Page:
For example, online retailer eBay has leveraged the ability to accelerate innovation and time-to-market. eBay strives to provide a speedy, personalized shopping experience for every customer that lands on its homepage. Its online shopping market serves around 171 million buyers, according to the Q1 2018 analysis. Intuitively supporting a customer base this large requires a comprehensive, stable data management system. eBay’s shopping experience is powered by the customer’s ability to instantly search for what they need, which requires the site to comb through massive amounts of data for every search entry. eBay uses a distributed cloud database designed for the hybrid cloud to store customer search data and customize each shopper’s experience. According to a case study of eBay’s cloud database, the company manages over 200 TB of data with its system, using the cloud database’s combination of private and public clouds to easily expand and store customer data across multiple data centers and provide individualized customer experiences. Because eBay can quickly expand to the public cloud, the cloud database provides a cost-efficient way of providing a seamless online shopping experience.
For retailers like Macy’s, which balance brick-and-mortar sales with online shopping demands, distributed cloud databases designed for the hybrid cloud allow the companies to scale their systems during peak shopping times. A cloud database’s agility, thanks to its ability to quickly expand to public cloud storage, can power omnichannel catalog services and support a high volume of searches, preventing any hitches in the online shopping experience. Furthermore, having a cloud database is essential to accommodate elastic resource requirements for the holiday season, in which retailers typically earn about 20 percent of their annual revenue, according to Fundivo. Via hybrid cloud capability of the distributed database, department stores can ensure that the attentive, well-run in-store shopping experience carries over for all shoppers, regardless of the demands of the shopping season. The real magic here? The hybrid cloud capability of the database that makes the shopping experience fast, simple, and enjoyable for every customer.
Financial institutions also benefit from a distributed database and a hybrid cloud approach to deliver better customer experiences and, at the same time, comply with strict regulations. For example, Allianz is a European financial services company, offering a range of insurance and fund products to over 86 million customers. Allianz operates in 70 countries and has more than 140,000 employees. It goes without saying that Allianz needs to operate at massive scale, while also ensuring the highest levels of data privacy. Allianz employees require access to troves of customer data in order to answer questions and gain actionable insights in real-time. However, this data is highly sensitive and must comply with the regulations of dozens of countries around the world. To solve this, Allianz built its real-time business intelligence system on DSE, because of the distributed architecture and scalability. DSE acts as a single gateway to Allianz data, allowing for period reports, quick lookups, ad-hoc queries, and third-party data sources. DSE’s advanced security enables end-to-end encryption, and its peer-to-peer architecture enables global data distribution to multiple data centers so that data can be reported on centrally without leaving the country.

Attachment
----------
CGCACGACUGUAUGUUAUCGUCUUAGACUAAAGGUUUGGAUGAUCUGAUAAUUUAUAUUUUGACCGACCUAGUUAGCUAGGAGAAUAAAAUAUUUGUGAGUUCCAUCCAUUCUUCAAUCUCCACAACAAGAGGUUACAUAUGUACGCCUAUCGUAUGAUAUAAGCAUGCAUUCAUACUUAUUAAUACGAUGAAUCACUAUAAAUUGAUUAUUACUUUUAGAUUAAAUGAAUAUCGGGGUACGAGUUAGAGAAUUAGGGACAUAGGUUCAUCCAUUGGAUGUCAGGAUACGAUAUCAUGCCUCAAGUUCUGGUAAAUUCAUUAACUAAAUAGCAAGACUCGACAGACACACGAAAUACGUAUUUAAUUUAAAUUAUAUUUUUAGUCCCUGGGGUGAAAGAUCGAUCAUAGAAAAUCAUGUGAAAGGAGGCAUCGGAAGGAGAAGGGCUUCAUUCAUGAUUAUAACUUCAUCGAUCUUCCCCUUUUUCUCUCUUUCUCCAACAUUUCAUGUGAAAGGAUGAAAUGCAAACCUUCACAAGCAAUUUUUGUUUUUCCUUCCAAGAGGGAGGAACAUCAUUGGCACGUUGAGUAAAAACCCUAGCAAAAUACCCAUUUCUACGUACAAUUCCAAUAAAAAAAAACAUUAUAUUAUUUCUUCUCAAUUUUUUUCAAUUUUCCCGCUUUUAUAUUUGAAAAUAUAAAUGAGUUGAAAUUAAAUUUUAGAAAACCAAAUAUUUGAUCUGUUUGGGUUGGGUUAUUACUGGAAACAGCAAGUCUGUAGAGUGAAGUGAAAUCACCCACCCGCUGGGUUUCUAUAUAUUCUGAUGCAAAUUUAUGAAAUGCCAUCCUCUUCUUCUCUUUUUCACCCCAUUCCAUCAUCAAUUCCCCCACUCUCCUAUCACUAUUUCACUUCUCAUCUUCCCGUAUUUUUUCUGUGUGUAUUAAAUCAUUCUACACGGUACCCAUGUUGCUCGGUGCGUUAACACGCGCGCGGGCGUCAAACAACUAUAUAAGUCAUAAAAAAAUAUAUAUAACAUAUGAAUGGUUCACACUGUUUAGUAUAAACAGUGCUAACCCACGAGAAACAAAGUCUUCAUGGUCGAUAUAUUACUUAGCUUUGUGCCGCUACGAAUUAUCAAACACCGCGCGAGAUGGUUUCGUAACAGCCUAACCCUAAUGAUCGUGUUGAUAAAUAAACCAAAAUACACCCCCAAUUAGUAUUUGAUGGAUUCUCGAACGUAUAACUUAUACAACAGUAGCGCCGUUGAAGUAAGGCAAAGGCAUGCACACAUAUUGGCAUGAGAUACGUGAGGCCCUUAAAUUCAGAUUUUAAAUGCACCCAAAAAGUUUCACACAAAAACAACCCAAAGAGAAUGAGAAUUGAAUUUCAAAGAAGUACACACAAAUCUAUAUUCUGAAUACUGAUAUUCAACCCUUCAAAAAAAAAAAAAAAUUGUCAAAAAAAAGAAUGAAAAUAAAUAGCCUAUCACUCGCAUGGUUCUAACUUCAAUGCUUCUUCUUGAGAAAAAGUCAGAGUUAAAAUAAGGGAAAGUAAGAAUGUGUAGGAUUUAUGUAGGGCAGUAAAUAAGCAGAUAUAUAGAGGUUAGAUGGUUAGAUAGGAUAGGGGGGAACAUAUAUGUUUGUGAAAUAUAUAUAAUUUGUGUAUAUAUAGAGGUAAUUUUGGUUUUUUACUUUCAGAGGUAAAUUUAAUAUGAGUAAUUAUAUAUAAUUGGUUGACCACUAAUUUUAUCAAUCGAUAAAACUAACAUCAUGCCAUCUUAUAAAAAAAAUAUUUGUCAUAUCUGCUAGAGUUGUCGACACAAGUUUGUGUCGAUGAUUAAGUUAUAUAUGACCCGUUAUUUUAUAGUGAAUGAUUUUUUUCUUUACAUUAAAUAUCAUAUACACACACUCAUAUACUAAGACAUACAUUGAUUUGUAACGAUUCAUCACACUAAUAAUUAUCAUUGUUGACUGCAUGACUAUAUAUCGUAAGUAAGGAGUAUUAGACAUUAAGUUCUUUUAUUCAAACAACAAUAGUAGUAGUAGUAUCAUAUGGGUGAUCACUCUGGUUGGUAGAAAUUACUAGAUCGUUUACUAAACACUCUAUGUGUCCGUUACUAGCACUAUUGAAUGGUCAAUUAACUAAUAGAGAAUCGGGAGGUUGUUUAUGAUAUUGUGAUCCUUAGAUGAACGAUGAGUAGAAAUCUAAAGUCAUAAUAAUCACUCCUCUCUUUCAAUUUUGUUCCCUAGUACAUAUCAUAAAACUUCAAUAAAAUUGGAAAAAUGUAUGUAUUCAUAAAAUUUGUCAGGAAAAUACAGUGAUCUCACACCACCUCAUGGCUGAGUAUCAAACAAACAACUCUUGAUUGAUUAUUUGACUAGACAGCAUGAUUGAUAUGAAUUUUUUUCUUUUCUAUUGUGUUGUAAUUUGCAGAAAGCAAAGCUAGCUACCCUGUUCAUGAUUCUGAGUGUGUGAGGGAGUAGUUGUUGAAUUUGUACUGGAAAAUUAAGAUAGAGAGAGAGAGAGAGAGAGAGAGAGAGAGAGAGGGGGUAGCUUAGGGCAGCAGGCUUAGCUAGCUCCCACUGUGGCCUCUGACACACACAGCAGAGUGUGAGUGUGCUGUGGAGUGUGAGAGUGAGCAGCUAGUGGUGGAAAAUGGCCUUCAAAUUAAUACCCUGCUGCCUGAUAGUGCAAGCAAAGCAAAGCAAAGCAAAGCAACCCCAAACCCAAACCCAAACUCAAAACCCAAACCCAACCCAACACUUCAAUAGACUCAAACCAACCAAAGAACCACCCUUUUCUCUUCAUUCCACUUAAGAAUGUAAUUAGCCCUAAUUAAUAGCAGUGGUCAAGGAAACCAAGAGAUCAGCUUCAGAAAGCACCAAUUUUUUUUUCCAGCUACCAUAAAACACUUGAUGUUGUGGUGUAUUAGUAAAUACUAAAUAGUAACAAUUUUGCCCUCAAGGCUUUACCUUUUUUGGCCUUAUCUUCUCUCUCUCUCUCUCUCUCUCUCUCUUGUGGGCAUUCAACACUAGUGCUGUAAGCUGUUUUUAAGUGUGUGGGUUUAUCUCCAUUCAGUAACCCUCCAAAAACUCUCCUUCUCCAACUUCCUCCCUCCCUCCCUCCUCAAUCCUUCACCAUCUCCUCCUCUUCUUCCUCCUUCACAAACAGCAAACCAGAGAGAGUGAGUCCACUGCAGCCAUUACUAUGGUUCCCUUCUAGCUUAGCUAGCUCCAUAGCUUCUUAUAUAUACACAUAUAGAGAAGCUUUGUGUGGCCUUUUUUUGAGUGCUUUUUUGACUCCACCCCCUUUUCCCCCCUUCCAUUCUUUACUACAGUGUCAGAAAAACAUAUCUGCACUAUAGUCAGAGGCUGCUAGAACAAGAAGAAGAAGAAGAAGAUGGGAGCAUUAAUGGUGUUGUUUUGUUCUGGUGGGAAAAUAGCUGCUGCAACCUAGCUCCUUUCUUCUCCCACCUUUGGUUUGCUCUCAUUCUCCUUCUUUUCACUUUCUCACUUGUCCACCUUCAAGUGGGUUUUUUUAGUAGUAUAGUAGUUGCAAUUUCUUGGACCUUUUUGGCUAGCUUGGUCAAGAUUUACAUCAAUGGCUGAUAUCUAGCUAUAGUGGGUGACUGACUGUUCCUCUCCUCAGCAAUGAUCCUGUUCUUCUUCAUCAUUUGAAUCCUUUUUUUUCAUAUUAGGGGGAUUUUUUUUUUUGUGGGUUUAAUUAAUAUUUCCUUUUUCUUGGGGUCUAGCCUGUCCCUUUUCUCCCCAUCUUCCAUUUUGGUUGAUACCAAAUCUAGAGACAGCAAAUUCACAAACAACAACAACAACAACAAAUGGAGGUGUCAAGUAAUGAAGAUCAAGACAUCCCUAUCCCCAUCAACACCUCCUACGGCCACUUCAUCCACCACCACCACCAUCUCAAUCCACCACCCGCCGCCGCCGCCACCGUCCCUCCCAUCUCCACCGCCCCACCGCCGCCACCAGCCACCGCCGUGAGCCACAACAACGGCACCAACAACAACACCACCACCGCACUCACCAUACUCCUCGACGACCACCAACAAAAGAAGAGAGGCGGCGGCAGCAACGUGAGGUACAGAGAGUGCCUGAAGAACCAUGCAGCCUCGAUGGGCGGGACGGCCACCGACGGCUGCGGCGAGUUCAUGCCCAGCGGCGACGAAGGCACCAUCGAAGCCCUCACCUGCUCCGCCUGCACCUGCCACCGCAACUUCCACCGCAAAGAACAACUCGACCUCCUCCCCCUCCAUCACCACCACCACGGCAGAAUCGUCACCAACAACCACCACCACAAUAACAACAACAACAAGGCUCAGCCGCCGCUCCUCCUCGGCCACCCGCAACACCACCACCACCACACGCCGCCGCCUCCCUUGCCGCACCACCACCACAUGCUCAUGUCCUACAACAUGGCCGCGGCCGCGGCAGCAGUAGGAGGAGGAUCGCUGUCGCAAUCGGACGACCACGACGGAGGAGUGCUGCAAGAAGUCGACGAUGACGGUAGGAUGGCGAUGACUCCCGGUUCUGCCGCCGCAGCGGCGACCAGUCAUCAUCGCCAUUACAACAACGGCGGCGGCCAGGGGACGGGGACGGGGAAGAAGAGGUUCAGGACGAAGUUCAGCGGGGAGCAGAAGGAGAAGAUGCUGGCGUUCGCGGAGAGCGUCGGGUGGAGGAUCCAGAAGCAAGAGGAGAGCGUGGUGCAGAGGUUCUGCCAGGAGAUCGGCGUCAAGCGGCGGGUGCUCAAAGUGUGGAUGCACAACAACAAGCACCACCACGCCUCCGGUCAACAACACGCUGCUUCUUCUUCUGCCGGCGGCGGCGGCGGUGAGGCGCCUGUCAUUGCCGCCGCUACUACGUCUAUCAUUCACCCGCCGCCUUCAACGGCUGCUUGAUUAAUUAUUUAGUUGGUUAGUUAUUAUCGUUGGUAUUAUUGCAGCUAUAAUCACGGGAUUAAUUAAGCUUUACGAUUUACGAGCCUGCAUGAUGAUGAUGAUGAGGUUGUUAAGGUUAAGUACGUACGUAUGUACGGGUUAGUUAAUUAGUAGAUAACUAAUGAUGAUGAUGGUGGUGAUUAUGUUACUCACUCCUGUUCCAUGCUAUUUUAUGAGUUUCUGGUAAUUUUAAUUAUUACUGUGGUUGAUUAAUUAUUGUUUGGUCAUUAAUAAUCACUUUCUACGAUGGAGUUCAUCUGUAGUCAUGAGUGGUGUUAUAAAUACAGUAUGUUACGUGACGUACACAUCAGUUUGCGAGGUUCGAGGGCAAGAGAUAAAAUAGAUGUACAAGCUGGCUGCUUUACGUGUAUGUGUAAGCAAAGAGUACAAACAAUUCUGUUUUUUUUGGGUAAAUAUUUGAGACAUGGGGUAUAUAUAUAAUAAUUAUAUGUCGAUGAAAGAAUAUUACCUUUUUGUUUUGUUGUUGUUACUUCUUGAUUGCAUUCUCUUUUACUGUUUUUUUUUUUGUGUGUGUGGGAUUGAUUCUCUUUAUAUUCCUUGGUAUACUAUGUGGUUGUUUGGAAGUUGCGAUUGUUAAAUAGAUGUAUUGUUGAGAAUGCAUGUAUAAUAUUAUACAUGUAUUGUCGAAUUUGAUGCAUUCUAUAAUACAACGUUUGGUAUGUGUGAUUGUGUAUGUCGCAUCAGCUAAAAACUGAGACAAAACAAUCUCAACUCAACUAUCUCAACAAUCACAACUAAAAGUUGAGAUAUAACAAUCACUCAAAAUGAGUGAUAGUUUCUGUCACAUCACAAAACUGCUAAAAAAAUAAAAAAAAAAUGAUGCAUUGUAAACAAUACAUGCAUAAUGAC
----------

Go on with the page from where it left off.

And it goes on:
DataStax Helps the World’s Leading Brands Accelerate Innovation with Hybrid Cloud
Leading always-on, distributed cloud database, DataStax Enterprise (DSE) is built on the open-source project Apache Cassandra™ and is designed for hybrid cloud, which has allowed many of the largest enterprises to transform their businesses and exceed customer expectations through real-time applications at massive scale. This reliable foundation coupled with the search, analytics, and graph capabilities of DSE allows companies to both manage data and get contextual insights into that data providing instantly responsive, meaningful engagement, regardless of the demands on the system. DSE also gives enterprises data autonomy, allowing them to retain control and strategic ownership of their data in the transition to hybrid cloud.
DataStax has helped hundreds of the world’s leading brands like Capital One, Cisco, Comcast, eBay, McDonald’s, Microsoft, Safeway, Sony, UBS, and Walmart transform their businesses through real-time applications at massive scale focused on enterprise optimization and customer experience.
Read Enterprise Strategy Group’s take on the importance of data autonomy in a hybrid cloud infrastructure and how DataStax delivers on enterprises’ data autonomy needs here.